Posted 14 January 2007 - 04:35 PM
I don't think classroom overdancing is what we're talking about. The studio is where you try to extend your range so that when you get on stage, your body is capable of handling a movement in any number of ways. So, yes, you're always trying to do more, bigger, faster in class. You want to be able to do a step with delicacy in some roles, and very boldly in others. In performance, though, there is definitely such a thing as overdancing. We don't expect Bournonville's Sylph to do a quintuple pirouette, even if she can, because it violates the style and is out of proportion to the rest of the choreography.
In New York City Ballet, I'm lately seeing some young soloists who seem to think "attack" means punching out every step with strong and equal emphasis, which is not only unmusical, but terribly unattractive. And that is an example of overdancing. Thankfully, only a few carry it to this extreme.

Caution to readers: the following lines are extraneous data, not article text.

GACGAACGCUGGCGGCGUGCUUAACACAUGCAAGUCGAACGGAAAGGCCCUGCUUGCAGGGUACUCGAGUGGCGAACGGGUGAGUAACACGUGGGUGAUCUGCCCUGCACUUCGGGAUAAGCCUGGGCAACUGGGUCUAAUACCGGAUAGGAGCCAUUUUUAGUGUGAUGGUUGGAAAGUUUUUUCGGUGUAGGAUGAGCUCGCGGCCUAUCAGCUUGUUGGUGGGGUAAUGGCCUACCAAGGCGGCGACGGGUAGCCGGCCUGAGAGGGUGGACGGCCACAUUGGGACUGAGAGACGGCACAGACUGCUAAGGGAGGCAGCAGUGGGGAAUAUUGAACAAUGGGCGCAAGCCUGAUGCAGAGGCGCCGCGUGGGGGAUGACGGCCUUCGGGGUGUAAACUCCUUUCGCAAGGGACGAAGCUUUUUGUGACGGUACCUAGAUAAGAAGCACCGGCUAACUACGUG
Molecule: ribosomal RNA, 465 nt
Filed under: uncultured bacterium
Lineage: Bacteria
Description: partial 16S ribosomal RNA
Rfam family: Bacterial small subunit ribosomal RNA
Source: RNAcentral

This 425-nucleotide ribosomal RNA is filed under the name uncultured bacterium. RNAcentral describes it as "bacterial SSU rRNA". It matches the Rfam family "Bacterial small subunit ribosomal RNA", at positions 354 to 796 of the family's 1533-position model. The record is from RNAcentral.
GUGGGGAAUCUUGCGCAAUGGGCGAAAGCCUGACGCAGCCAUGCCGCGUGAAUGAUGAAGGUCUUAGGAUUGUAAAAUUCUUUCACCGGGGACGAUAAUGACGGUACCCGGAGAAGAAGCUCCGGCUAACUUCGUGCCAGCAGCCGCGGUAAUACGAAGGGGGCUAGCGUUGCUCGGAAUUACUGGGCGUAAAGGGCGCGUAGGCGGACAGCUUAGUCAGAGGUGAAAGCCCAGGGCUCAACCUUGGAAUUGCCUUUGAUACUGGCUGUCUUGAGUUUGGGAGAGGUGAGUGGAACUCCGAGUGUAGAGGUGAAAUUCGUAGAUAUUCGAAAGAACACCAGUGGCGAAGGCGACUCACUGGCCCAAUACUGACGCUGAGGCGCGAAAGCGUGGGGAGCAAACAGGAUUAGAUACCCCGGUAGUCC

I think vipa's comments are very true. We don't expect our 18 years olds to be great artists (although once in a great while such a dancer comes along), and we do expect them to be especially exuberant.